Chapter Outline

LO 8.1  Discuss the importance and uses of financial records in a small business.

You need financial records so you can make managerial decisions on topics concerning how much money is owed to your business, how much money you owe, and how to identify financial problems before they become serious dilemmas. Financial records are also needed to prepare your tax returns and to inform your banker and investors about your business’s financial status. Without accurate financial records, you cannot exercise the kind of clear-sighted management control needed to survive in a competitive marketplace.

LO 8.2 Itemize the accounting records needed for a small business.

The accounting records of your small business need to follow the standards of generally accepted accounting principles (GAAP). From your source documents, such as sales slips, purchase invoices, and check stubs, you should record all the transactions in journals. Information from your journals should then be posted in (transferred into) a general ledger. Financial statements like your balance sheet, income statement, and statement of cash flow are produced from the transactions in your general ledger.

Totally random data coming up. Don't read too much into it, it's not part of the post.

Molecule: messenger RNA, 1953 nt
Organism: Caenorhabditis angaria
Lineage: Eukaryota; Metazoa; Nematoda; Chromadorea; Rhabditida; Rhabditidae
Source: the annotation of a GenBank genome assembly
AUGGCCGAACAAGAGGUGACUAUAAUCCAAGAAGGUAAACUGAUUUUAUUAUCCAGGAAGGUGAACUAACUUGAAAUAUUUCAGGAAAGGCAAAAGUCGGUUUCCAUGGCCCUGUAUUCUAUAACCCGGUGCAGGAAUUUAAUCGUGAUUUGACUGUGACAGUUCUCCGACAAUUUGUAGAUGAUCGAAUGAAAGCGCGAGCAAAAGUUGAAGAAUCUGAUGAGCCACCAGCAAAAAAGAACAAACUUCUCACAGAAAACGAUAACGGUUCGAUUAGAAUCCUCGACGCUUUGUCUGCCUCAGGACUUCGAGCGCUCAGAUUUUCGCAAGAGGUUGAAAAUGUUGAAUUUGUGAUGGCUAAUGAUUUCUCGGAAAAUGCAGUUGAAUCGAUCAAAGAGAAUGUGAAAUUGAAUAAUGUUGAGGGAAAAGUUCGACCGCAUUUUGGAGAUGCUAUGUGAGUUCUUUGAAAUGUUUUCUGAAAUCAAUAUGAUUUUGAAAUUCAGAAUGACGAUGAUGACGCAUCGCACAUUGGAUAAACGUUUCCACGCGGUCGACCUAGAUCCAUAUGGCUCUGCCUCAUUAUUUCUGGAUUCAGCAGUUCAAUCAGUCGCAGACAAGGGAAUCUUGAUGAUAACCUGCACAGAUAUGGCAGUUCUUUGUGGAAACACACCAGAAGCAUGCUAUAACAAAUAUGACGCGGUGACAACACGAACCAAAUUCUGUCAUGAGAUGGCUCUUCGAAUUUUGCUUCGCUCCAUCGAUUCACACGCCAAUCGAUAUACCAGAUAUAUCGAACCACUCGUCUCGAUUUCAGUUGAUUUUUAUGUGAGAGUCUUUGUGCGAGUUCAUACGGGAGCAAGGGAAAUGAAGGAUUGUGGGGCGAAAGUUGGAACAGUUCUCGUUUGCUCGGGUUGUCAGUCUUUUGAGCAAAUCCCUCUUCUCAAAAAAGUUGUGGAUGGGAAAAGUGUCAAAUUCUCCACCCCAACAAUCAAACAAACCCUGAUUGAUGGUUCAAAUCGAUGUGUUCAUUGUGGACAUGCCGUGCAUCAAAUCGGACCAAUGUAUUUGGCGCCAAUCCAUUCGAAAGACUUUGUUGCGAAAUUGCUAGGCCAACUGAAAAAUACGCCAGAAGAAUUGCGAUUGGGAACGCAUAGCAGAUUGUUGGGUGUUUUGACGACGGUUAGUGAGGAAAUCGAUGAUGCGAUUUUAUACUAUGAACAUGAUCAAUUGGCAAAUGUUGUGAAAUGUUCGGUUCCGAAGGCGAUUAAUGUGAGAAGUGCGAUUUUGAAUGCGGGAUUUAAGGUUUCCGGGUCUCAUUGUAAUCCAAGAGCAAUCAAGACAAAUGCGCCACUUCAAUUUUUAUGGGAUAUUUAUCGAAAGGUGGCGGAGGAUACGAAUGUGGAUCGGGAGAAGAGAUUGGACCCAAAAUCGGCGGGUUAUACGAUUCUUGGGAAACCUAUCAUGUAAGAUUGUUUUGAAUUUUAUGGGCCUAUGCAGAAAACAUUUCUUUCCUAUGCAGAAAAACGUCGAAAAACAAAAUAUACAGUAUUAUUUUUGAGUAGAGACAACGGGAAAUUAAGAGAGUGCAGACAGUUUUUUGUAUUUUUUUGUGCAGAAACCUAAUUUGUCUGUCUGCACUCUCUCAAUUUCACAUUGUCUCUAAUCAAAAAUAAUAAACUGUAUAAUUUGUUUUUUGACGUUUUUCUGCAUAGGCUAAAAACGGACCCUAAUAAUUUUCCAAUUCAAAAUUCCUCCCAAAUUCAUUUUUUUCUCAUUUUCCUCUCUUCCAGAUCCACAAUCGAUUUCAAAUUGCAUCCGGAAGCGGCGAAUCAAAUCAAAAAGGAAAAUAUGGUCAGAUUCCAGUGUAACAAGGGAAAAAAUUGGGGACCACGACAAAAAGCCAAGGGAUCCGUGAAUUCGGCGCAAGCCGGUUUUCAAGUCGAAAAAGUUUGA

LO 8.3 Explain the 11 ratios used to analyze financial statements.

Ratio analysis enables you to compare the financial condition of your business to its performance in previous time periods or to the performance of similarly sized businesses’ performance within your industry. Four important types of financial ratios discussed in this chapter are liquidity (current and quick, or acid-test, ratios), asset utilization (inventory turnover, average collection period, fixed asset turnover, and total asset turnover), leverage (debt and times interest earned), and profitability ratios (net profit margin, return on assets, and return on equity).

LO 8.4 Illustrate the importance of and procedures for managing cash flow.

Cash flow is the difference between the amount of cash actually brought into your business and the amount paid out in a given period of time. Cash flow represents the lifeblood of your business because if you do not have enough money to pay for your operating expenses, you are out of business.